Cheryl A. DeMELO v. Richard P. ZOMPA.
A romantic relationship gone awry eventually carried these parties into the Family Court. The plaintiff, Cheryl A. DeMelo, brought an action for divorce against the defendant, Richard P. Zompa, alleging that a common-law marriage had existed between them since May 1989. At trial, there was a stipulation that the matter be bifurcated, the parties agreeing that they try the issue of the existence of a marriage first. In the event that a common-law marriage was found, the disposition of marital property and other obligations between them would then be litigated. However, the trial justice denied and dismissed plaintiff's complaint, finding that plaintiff had failed to prove the existence of a common-law marriage by clear and convincing evidence. The plaintiff timely appealed.
This case came before the Court for oral argument on March 2, 2004, pursuant to an order directing all parties to appear and show cause why the issues raised in this appeal should not summarily be decided. After considering the arguments of counsel and examining the memoranda filed by the parties, we are of the opinion that cause has not been shown and that the case should be decided at this time. For the reasons stated below, we affirm the trial justice's dismissal of plaintiff's complaint.
The parties met in May 1985, at a time when both were employed as real estate agents at Smaldone Associates. Their relationship became intimate shortly thereafter, although plaintiff was married, albeit in the process of divorce, and defendant was engaged to be married to another woman. Their relationship continued after plaintiff's divorce became final and during defendant's marriage. Not surprisingly, that marriage did not survive, ending in divorce in May 1989. The defendant cohabitated with plaintiff at her residence while his divorce was ongoing. In September 1989 the parties purchased a condominium with plaintiff's brother, Michael DeMelo. When Michael moved to Florida in December 1993, the parties purchased his share and took title as tenants in common.
The testimony reveals that throughout their relationship, plaintiff filed tax returns as a single person.1 The plaintiff also referred to herself as single on mortgage and insurance applications, and she did not designate defendant as a beneficiary on her pension or 401(k) plans. Further, the parties had no joint bank accounts and they equally divided all bills pertaining to the condominium. Michael DeMelo testified that defendant had referred to him as his brother-in-law, and on one occasion referred to plaintiff as his beautiful wife. However, friends of both plaintiff and defendant testified that they never heard the parties refer to each other as husband and wife, nor did they hear defendant refer to Mr. DeMelo as his brother-in-law. Those friends also testified that plaintiff told them that she would never marry again and that the diamond ring given to her by defendant, which she had been seen wearing on her right hand, was a friendship ring.
When the happy relationship ended, plaintiff instituted this action for divorce on October 6, 1999, seeking a divorce from the bond of marriage and an equitable distribution of their property.
In her appeal, plaintiff advances two assertions of error by the trial justice. First, plaintiff argues that the ruling granting defendant's motion to strike plaintiff's post-trial memorandum was an abuse of discretion. Second, plaintiff appeals the decision of the trial justice dismissing her divorce complaint, asserting that there was sufficient evidence to support a finding of common-law marriage. We affirm the trial justice's decision as to each issue.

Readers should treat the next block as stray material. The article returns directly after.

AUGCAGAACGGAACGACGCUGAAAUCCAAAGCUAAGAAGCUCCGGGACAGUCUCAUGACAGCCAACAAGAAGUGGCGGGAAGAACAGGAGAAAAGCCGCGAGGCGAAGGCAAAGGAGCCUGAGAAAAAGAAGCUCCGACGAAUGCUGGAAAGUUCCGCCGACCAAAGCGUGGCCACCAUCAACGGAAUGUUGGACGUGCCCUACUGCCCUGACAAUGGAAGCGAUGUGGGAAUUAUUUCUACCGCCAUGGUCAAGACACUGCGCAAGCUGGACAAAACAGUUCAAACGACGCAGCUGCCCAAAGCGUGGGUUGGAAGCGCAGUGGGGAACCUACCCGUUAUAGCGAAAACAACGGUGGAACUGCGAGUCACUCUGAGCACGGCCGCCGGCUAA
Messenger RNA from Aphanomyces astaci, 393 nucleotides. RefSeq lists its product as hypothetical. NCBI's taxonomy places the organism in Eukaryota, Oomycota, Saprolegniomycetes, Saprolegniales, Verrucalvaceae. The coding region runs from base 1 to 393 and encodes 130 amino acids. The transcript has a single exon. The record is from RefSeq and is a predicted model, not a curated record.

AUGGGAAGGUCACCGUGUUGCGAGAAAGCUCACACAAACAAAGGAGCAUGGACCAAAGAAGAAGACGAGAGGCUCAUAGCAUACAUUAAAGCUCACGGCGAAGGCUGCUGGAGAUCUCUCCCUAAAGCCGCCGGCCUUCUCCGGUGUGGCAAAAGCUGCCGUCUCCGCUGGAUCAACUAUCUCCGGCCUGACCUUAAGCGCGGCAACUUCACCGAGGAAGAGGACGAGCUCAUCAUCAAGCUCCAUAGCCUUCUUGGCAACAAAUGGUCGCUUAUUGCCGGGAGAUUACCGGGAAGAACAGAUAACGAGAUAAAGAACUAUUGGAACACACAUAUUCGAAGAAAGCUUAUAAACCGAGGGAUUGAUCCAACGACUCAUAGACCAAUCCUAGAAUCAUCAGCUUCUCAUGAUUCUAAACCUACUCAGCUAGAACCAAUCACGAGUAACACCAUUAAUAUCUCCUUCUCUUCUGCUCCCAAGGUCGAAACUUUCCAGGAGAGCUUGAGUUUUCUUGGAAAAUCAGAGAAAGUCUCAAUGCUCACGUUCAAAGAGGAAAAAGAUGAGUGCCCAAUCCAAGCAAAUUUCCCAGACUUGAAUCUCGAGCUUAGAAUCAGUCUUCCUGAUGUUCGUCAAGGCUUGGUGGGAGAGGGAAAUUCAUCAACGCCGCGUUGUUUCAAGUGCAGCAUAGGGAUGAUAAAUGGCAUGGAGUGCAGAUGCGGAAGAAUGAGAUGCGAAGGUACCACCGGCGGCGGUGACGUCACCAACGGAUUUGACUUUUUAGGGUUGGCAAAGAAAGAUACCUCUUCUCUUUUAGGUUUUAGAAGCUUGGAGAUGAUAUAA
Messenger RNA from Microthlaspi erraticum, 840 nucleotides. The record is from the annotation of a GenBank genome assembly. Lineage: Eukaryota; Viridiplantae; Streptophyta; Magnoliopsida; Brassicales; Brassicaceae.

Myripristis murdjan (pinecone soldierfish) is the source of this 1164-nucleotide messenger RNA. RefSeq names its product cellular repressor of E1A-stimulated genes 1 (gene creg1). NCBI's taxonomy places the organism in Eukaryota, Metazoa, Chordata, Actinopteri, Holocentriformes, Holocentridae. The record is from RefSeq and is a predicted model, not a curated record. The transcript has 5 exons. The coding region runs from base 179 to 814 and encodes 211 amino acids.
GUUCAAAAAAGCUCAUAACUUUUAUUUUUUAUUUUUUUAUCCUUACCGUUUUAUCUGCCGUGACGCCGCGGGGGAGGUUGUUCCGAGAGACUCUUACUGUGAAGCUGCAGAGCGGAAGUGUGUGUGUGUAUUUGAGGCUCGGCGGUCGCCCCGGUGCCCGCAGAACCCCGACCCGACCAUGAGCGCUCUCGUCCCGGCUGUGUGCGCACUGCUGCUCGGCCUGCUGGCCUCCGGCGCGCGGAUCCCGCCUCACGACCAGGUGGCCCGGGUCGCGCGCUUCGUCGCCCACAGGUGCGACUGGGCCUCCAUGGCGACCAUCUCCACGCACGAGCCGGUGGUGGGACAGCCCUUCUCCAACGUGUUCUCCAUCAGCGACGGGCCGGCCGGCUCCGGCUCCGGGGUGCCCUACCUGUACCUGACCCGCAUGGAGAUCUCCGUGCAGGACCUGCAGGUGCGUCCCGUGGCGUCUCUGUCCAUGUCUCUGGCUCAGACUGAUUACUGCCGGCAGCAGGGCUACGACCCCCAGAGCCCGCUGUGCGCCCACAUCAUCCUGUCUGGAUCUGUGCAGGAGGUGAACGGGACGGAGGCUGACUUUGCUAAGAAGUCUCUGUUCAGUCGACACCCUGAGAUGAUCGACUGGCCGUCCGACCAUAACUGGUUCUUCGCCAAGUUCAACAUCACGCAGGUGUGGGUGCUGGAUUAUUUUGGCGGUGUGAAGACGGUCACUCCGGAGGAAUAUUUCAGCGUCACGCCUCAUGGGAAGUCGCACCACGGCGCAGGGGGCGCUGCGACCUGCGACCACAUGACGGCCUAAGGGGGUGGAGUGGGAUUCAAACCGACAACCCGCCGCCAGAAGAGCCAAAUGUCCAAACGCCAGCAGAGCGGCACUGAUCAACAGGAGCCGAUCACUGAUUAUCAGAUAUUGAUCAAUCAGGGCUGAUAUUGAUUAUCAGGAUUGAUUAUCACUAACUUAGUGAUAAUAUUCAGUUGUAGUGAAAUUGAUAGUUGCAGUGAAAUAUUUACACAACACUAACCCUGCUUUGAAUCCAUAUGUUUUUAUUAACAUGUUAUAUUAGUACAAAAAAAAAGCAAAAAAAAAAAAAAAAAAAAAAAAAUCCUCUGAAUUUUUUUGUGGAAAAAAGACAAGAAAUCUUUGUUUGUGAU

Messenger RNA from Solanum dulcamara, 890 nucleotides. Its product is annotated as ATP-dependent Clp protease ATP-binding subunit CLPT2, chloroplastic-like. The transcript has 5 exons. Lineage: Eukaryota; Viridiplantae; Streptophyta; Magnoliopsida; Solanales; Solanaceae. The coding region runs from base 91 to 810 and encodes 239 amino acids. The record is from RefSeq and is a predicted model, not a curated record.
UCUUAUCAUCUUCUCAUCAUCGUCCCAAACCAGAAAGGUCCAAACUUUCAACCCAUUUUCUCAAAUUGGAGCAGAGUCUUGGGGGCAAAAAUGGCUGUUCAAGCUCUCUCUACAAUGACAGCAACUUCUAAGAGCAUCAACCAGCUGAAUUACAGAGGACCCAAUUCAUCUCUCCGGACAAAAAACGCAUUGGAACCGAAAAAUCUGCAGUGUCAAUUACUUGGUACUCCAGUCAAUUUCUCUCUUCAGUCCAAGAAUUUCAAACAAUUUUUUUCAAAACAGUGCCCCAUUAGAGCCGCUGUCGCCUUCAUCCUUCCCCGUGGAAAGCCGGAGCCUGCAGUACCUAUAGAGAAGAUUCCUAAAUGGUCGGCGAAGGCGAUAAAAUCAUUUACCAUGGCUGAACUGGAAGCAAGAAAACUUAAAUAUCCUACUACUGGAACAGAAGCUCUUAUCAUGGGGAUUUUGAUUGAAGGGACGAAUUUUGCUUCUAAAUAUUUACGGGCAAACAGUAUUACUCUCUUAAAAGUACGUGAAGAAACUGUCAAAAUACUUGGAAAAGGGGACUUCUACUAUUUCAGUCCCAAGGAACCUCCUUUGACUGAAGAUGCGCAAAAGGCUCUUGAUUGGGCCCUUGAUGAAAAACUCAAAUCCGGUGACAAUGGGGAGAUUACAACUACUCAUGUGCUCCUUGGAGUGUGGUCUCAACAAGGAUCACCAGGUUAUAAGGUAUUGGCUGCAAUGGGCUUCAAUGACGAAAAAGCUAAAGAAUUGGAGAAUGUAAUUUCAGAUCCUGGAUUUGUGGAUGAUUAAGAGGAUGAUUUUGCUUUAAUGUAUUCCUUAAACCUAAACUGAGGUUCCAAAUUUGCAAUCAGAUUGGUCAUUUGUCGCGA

The plaintiff first claims that the trial justice erred in refusing to admit her post-trial memorandum. After both sides had rested, the trial justice informed the parties that they may present memoranda addressing the issue of common-law marriage, “in addition to what's been presented or otherwise.” The plaintiff's submission incorporated several documents that had not been introduced at trial, as well as an exhibit that had been marked only for identification at trial. The defendant moved to strike this memorandum under Rule 12(f) of the Family Court Rules of Procedure for Domestic Relations. The trial justice granted defendant's motion to strike, concluding that the exhibits plaintiff sought to include in her memorandum were not part of the record and therefore could not be considered by the court. The plaintiff argues that the motion to strike under Rule 12(f) was improper because her memorandum was not immaterial, impertinent, or scandalous in nature.2 While Rule 12(f) applies only to pleadings, we nonetheless hold that the trial justice did not err in granting defendant's motion to strike plaintiff's post-trial memorandum.
It is well settled that “ ‘the admissibility of evidence is within the sound discretion of the trial justice.’ ” Kurczy v. St. Joseph Veterans Association, Inc., 820 A.2d 929, 938 (R.I.2003). Absent a motion to reopen the case, plaintiff may not present additional evidence after the parties have rested. In this case, both sides had rested prior to plaintiff's attempt to offer what essentially was new evidence appended to her post-trial memorandum. Even if we were to construe plaintiff's efforts as a motion to reopen her case, an application to reopen for further evidence is also addressed “to a trial justice's sound judicial discretion, particularly in a nonjury case, and, absent an abuse thereof, an exercise of that discretion will not be disturbed on review.” Oury v. Annotti, 113 R.I. 506, 512, 324 A.2d 325, 329 (1974). The plaintiff contends that at the close of trial, the trial justice allowed the parties to add additional evidence in a post-trial memorandum. The plaintiff mischaracterizes the trial justice's statement. The trial justice told the parties that they could submit memoranda on the issue of common-law marriage for the court to consider, in addition to the evidence presented at trial. He made no reference to allowing additional evidence to be presented in the memoranda. Moreover, during trial, the trial justice cautioned plaintiff that evidence not presented at trial could not be considered as part of her post-trial submission.3 Accordingly, the trial court did not abuse its discretion in striking plaintiff's post-trial memorandum.